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A Reclaimed Pickpocket.j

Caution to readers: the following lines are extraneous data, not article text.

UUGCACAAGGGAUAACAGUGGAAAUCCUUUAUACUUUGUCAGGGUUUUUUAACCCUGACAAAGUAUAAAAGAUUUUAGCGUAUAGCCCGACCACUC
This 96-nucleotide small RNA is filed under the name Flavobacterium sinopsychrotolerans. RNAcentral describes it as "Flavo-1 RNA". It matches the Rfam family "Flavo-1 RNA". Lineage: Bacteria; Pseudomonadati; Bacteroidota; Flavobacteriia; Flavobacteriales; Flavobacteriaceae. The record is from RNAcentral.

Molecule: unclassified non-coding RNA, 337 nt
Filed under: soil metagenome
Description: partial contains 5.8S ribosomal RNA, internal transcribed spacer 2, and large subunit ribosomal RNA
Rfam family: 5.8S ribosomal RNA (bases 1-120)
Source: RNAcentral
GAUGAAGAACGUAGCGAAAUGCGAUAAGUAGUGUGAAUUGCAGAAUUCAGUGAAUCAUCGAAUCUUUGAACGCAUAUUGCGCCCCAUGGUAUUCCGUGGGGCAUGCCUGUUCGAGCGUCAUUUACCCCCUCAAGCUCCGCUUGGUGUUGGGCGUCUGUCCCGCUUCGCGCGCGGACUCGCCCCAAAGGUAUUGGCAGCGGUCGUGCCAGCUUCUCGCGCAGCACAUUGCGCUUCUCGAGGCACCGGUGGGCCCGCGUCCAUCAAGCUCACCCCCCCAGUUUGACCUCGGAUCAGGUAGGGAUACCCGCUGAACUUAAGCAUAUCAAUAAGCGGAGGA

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A Reclaimed Pickpocket.j It was a bright, clear, Sunday morning I that 1 stood lingering on the Pont des Inva-I tides, looking at the interesting view that lay to the eastward. Towering above the green and lurbid waters of the Seine, the frails of the Louvre stretched in gray perspec- tive, while beyond was seen the dome of the Institute, the pointed turrets of that famous prison the Concierge, the bulky towers of Notre Dame, the dome of the Sorbonne. and the sharp, serrated spire of St. Chapelle, each and all historical. Memory was very busy with the scene, and the thoughts which it suggested, when, sud- denly, I felt a hand at my pocket, and turn- ing suddenly I grasped the hand of a lad at my side. He struggled fur a moment to escape from me, but when he found this im- possible he stood silent and sulky. I know not why, but as I regarded the little rogue I did not feel the least anger at bis audacity, but watched him with not a little interest. He wore the inevitable blouse, coming half down to his knees, the type of the humble class of artisans, wiih a slouched hat much the worse for wear. The fellow might have been good-looking, though it was difficult to judge upon this point, so thick was the coating of dirt upon his face. As I looked at his bands, his wrist being grasped firmly in my right, I observed that they were small and well formed; not one of those accus- tomed to labour, though, in the matter of want of cleanliness, they rivalled his face. He was rather tall, quite slim, and I should have judged not over seventeen or eighteen years of age. Neither of as bad spoken a word while I was making these observations; and I waa rather surprised that the fellow did not show fight, or at least struggle to get away. But he saw that I was more than a match for him, and 1 kept a firm grip upon his wrist, deter- mined not to let him go. (l You are hurting my wrist," he said, at last. I; Very likely," I replied. "You put iu where you had no right to just now." I didn't take anything." No; I was too quick for you." What are you going to do wit h me ?'' Hand you over to the police. IC Don't do that," said he, drawing closer to my side. You are not a hard man--l CIIA see that." <! I'ou deserve punishment." 61 Ah, but you will also punish those at home; they are not to blame, poor things." I was interested at once, and told the lad I would like to see his home. If he would show me to it, and promise not to run away, I would let go his wrist and not hand him over to the police. He looked at ms with a search- ing glance, and thought for a moment before he answered, then said, Y ou have a right to make terms. I don't see what good it will do, make terms. I don't see what good it will do, but I promise, and you can follow me." I released his wrist, and followed him 1 across the bridge to the other side of the Seine. After crossing the Boulevard St. Michael we struok into a labyrinth of streets that lie in this part of the city, the famous St. Giles of Paris, and finally stopped before a tumble-down house, into which my guide entered; and I followed him up a narrow flight of stairs to the garret. Here, taking a key from his pocket, he unlocked a door, and we entered a low room, in the middle of which, upon the floor, were a little girl and a boy at play with some toys. "My guide disappeared at once through a side door into what appeared to be an ante- room, saying he would be back in one moment; and I turned towards the children, both of whom had left their play to regard me with curious eyes. The oldest could not have been more than four years of age, a bright and pretty-faced boy, while this sister was perhaps a year younger, and extremely beautiful. They were coarsely dressed, but were clean and neat in appearance. The apartment, which contained little or no furniture beyond a bedstead and two ohaira, with a sort of bureau, surmounted by a looking-glass, showed unmistakable evi- dences of poverty; but yet no want of neat- ness outraged the eye. I had hardly made these observations when the door opened again, and there entered the room a young woman, scarcely more than twenty years of age. She was rather delicate in appearanoe, and quite pretty, not to say handsome her dress, like that of her ohildren, was coarse, but ne-it; she was very clean in her person and as she sat down upon one of the chairs, after plaoing the other for me, the two ohildren ran to her knees with the instinct and affection of offspring of their tender years. I had looked at her but a moment before I discovered that the pick- pocket of the Pont des Invalides was a woman "Did jou not suspect my sex ? she asked, after a moment. Ii I certainly did not." <! It is my one resort," she said, sadly, and never adopted until 1 am driven to it to fill those little mouths "Dangerous businessâyou might hare fallen into very different hands, as you must be aware." "True, but I work by instinct. I saw your face, and 1 said, I must have money. He is not a hard man if detected, I may, perhaps, appeal to his meroy." Why do you not ask for aid in place of I being thus a thief?" "That is a hard word, but it is merited. Do you not know that beggars are treated in Paris like thieves? Tue law punishes both nearly alike," I fear that you speak truly. Are these your ohildren r" Yes and she kissed them both tenderly. Are you mari-ied Monsieur I mean no reproach." I am a widow." I ff How did you lose your husband ?" Ho was one of the Comnvine, was tried, condemned, and fell by the muskets of the I loldiery on the plains of Satorp," I Alas for these eivi! tvarg Ab, but he was s ight," said she, with t'1 the dbstinaoy of.conviction and loyalty to his 1 memory. I then listened to her sto:y. He: husband had been an engraver, with £ C0*J wages, and Lad been alio to suf.pott his little family comfortAbly until the war, which was followed by the intestine troubles. He was arrested with tho; CcmiinumU, and sufTered I' the punishment of .death, Since then she had lived and supported her children by selling off everything that sroyld bring money. Had got isome wori: to do with he; needle occasionally, but it last all seemed to fail her, and by means of disguising het sex, she had successfully consummated several small robberies of money, arid once or twice had made attempts similar to that which had failed in my instance. She reasoned with me very ooollj, and said, If it were not for these dear children I should oe&se to sufter very soon ⢠for," said she, the Seine is always there with open arms!" I found that her sense of morality, or con- scientiousness, could not be aroused, except in the matters of personal parity there she was immreulate. she said tenderly, « My husband is in heaven, but he is my husband â¢till, and I shall live Md die faithful to him." N otwithstanding her liolile sens o! honour in this respect, she felt aooomponottoct at V9 stealing. I' ¡be worM ewt;1 m m øq o&Mrw 4 u- bread. I take nothing from the poor; only 1 from suoh as can well afford to lose it." Honesty, as a matter of principle, she could not recognise. Have you no ft lendi r" None here." It nave you any any where else ?" "I have a sister at Kouen, the wife of a farmer. If I could get there she would give me a home for myself and children, in return for the work I could do for her." (( You shall go there," said 1. Monsieur II I say you shall go to your sister." fl It will cost fifty franes," II Just about." You will pay this for me, who would Have robbed you half an hour since ? I will. But I exact from you one pro- mise." She looked at me suspiciously for a mo- ment. "What is it?" That you will le-arn to be as honest and true in relation to the rights and property of others as you are with regard to your honour." "I believe I understand you," she said, thoughtfully, "and I will promise to try and dc as you have said." "That is all 1 oan a*k." She came towards me now, leading the children, and said, Monsieur, let them kiss you. I believe after all that there is disin- terested benevolence in the world, 1 have been more than once offered assistance, but it has been ooupled with conditions so hateful that I have felt insulted. Kiss him, Marie; kiss him, Gustavo; he is goodâgood, like your papa!" I bad been surprised at the excelleut manner in which she expressed herself, while, as she stood there now, her cheeks suffused with a slight colour and her eyes lighted by anima- tion and a feeling of trust and gratitude, l thought that she was extremely beautiful. "I am going to Havre to-morrow, by the way of Houen," said (j can you be ready so soon with your children?" I can be ready in one hour." "Pack up whatever is necessary for you to oarry. Ilere is money to get you a good- sized trunk. Ee ready to-morrow at noon, and I will come for you." She attempted to thank me, but her lips quivered, and she turned liway to hide the tears that coursed down her cheeks. As I passed towards the door she followed, and, taking my hand between her own, pressed it earnestly as she said Tbert* is a reward somewhere for such kind ncss." As I looked upon her now it seemed im- possible that this was the pickpocket of the Pont des Invalides-the dirty lad in a blouse, whom I hai detained be force. Stopping over for a few hours at llouen enabled me to witness the meeting of the young mother with her sister at a very com- fortable Norman farmhouse, as she described. Pressing a purse of fifty francs upon her, I left the sisters together, both happy at the re-union which should make them share the same home together, even as they had done in childhood. "Keep your resolve and the secret of the past," I said to her in a low voice, With heaven's help I will she replied .Et ol âEvening World,